Medieval churches in Denmark

Lille Løjtofte Church

The small Lille Løjtofte Church was built around 1250 and restored in 1799. The church has a valuable and characteristic font, probably made in Gotland. The altarpiece dates from the time of the Danish king Christian IV (1588-1648).The church has no tower; the bell hangs in the gable.
Founded: c. 1250 | Location: Nakskov, Denmark

Majbølle Church

Majbølle Church was constructed around 1270. The tower and large chapel which were added around 1470. There has been a holy well in Majbølle churchyard (no longer existing), which considerably attracted more pilgrimages. The holy well was dedicated to Saint Anne (the Virgin Mary"s mother). The church was originally called St. Anne"s church. An object of interest is the stock of the church tower fro ...
Founded: c. 1270 | Location: Guldborg, Denmark

Musse Church

There may has been a church on the site of current Musse church since 11th century and it is one of the oldest Christian sites on the Lolland island. The current church was built around 1200 and since Reformation it has been a chapel of Døllefjelde church. The altar dates from c. 1585 and pulpit from 1625.
Founded: c. 1200 | Location: Nysted, Denmark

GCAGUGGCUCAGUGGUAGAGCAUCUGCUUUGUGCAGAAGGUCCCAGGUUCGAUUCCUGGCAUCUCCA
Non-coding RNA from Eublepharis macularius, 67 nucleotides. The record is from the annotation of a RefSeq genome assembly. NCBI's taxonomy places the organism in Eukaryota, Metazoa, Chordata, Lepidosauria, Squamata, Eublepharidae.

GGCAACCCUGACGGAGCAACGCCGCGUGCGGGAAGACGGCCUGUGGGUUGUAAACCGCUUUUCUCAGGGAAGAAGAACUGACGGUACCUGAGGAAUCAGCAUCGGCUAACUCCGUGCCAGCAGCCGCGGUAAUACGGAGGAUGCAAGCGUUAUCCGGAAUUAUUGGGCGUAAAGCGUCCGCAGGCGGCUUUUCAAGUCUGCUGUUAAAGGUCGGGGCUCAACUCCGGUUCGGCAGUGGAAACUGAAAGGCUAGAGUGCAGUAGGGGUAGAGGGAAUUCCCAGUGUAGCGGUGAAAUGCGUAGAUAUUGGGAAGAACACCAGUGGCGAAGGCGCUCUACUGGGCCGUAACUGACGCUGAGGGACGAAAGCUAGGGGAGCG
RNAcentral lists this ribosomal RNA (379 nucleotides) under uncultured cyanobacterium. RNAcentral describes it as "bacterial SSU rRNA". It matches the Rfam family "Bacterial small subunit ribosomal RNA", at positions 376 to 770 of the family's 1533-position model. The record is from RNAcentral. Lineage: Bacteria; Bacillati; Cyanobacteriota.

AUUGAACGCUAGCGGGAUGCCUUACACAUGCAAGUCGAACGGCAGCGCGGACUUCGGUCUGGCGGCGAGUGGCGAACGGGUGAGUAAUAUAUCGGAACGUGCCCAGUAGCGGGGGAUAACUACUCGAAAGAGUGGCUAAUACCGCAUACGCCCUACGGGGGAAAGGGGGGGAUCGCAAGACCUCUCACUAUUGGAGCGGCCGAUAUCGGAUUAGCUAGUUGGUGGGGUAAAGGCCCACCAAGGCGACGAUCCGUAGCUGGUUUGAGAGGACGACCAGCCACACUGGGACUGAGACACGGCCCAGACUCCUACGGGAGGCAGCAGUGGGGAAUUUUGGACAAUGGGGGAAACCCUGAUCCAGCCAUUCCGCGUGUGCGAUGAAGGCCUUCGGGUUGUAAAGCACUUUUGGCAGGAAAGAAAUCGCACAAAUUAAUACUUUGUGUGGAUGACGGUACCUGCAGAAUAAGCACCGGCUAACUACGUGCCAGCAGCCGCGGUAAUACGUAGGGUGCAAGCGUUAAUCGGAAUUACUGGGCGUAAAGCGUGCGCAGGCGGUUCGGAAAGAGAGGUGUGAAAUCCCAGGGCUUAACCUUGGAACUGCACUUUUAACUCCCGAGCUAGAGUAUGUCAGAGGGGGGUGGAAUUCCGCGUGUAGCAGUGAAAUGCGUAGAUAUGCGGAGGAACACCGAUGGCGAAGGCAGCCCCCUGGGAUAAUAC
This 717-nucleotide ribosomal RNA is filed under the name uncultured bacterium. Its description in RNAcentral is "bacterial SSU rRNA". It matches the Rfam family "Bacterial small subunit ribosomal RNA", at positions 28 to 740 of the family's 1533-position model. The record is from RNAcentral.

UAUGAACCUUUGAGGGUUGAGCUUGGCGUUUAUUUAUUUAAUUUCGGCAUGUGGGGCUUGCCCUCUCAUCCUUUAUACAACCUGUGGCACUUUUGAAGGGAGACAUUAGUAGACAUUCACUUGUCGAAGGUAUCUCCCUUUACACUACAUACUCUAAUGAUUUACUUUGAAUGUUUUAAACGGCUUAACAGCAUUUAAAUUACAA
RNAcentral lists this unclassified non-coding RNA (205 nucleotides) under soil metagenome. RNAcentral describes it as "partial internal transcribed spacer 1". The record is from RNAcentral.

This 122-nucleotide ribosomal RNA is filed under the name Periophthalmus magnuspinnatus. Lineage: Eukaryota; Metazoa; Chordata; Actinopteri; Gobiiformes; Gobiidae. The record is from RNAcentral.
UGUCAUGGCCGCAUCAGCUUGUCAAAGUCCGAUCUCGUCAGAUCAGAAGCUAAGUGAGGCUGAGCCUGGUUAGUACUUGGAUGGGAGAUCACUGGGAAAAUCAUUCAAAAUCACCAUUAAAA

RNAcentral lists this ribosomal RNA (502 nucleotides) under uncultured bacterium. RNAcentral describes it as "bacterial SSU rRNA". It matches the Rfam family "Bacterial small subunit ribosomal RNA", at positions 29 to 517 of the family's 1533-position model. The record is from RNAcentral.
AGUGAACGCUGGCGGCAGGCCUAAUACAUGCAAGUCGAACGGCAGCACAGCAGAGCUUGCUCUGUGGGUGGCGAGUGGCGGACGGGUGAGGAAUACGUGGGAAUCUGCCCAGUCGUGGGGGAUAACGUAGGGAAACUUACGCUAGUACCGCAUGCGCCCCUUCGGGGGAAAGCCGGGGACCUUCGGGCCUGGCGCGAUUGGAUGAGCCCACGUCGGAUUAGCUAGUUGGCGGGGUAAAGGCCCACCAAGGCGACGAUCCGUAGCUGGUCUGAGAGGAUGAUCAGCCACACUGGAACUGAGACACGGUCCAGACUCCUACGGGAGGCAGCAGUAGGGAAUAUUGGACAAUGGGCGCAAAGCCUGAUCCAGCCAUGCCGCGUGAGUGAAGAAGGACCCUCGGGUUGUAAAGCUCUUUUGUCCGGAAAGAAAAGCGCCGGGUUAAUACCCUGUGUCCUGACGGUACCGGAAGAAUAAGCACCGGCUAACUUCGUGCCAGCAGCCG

Nebbelunde Church

Nebbelunde Church was built around 1200 and it consists of a Romanesque main body, with a Gothic vestry and small tower. The building material were large medieval bricks known as 'monk stones'. The altar was painted in c. 1625. There are pictoresque medieval mural paintings in vaults, made probably by so-called Brarup workshop.
Founded: c. 1200 | Location: Rodby, Denmark

Nordlunde Church

Nordlunde Church was built in c. 1300 of red bricks. The chancel gable is embellished with brick ornaments. The church bell was set up on the west gable due church has no tower. The altarpiece dates from 1864 and was painted by N.A. Lutzen.
Founded: c. 1300 | Location: Nakskov, Denmark

Olstrup Church

Olstrup Church is a Romanesque church built around 1200. In the Middle Ages, the church was originally dedicated to St Lawrence. Built of red brick, the relatively small church first consisted of a Romanesque chancel and nave. It was later extended to the west in the Late Gothic period with a stepped gable. The chancel"s cross-vaults and the round chancel arch may date from the church"s original construction. Th ...
Founded: c. 1200 | Location: Errindlev, Denmark

Ringsebølle Church